The instructions said to apply the cream to the lengths of dried hair, pop the cap on and go to bed, then rinse off in the morning. It was fairly challenging applying the cream evenly onto dry strands because it just made chunks of hair clump together, and trying to finger comb through the chunks caused a lot of tugging and not a few broken strands (my bleached hair is extremely fragile – breathe on it wrongly and it’ll start snapping off). Once I had sufficiently coated my hair, I put the cap on and went to sleep, which was surprisingly comfortable and did not come off at all.
I was inspired by beauty writer Kelly Mittendorf’s post on Into the Gloss, where she wrote about how she would apply a hair treatment before her workout and then rinse it out later in the shower, so I had planned to go on my usual early-morning runs before washing out the mask. However, when I got up, my hair basically looked like it had been dunked in glue – so I forwent my run and headed straight to the shower. My hair felt soft and lovely, which is no mean feat for my crunchy, bleached mop, and did not require the usual serums and styling products to achieve a sleek, flyaway-free blowout, save my usual pump of oil on the ends.
Also, it started raining heavily about 10 minutes after I got into the shower, so it was probably a good thing I didn’t run in the end.
Verdict: I wouldn’t substitute this for a proper in-salon treatment, but it definitely ranks higher than regular at-home hair treatment masks.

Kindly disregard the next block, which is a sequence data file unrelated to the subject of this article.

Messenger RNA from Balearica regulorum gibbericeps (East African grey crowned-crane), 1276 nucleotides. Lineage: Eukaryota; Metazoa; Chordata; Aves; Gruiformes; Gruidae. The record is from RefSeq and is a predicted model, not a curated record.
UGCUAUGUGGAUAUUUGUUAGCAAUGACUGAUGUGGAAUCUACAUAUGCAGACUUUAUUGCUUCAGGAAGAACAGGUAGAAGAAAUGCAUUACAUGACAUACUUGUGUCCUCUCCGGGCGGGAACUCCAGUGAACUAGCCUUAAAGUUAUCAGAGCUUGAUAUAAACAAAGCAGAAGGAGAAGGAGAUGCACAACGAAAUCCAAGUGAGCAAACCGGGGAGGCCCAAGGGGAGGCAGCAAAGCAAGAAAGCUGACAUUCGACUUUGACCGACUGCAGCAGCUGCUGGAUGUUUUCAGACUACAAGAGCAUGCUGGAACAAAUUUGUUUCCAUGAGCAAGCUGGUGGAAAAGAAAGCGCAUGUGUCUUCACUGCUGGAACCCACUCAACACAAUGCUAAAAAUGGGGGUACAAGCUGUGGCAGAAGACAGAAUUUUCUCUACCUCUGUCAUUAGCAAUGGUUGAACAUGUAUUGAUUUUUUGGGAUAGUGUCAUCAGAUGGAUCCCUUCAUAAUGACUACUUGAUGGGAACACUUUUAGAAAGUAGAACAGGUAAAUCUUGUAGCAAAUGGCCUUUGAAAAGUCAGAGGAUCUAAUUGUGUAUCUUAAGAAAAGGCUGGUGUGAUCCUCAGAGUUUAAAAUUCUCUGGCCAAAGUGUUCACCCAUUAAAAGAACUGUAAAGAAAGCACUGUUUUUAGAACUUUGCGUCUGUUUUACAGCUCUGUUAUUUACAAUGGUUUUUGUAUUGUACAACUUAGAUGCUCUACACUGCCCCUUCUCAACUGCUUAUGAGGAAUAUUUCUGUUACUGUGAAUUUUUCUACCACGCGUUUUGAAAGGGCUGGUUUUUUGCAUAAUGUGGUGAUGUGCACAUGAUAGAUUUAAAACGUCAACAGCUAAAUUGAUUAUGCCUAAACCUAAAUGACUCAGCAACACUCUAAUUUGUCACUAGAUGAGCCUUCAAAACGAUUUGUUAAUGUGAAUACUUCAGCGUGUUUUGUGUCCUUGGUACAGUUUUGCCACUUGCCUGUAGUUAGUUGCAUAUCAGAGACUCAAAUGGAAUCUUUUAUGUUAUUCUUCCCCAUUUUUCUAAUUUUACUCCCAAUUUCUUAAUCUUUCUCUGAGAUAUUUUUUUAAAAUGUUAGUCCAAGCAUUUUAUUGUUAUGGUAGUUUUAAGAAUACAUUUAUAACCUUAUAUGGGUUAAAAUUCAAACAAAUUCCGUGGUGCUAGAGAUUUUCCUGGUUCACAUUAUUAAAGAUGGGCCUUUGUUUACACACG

Chanel Rouge Allure Ink in Highway
S$50, available 27 July 2017 at Chanel Fragrance and Beauty boutiques and 4 August 2017 at all counters
Previously, I had ventured into the new world of orange lip colours with some trepidation, only to find that it’s really not too bad. So this week, like a parent dealing with a fussy-eating children slowly introducing new foods to their diet, I opted to test out this benign-looking, pastel orange shade from Chanel’s Fall collection.
It’s gorgeous. I have a thing against pale lipsticks – they tend to wash me out and make me look sick, but this one was somehow magically and phenomenally pretty on me. I don’t even know how it works. It first goes on the lips like a milky orange liquid that makes you go, “meh”, doesn’t really cover up the lips with a lot of pigment, but then after pressing my lips together, the pigment somehow perfectly settles into a soft matte finish and leaves my pout looking cherubically pastel and sweet – on me, the shade looks like a cross between nude and peach.
Verdict: I never thought I’d say this in my lifetime, but orange really is the new pink.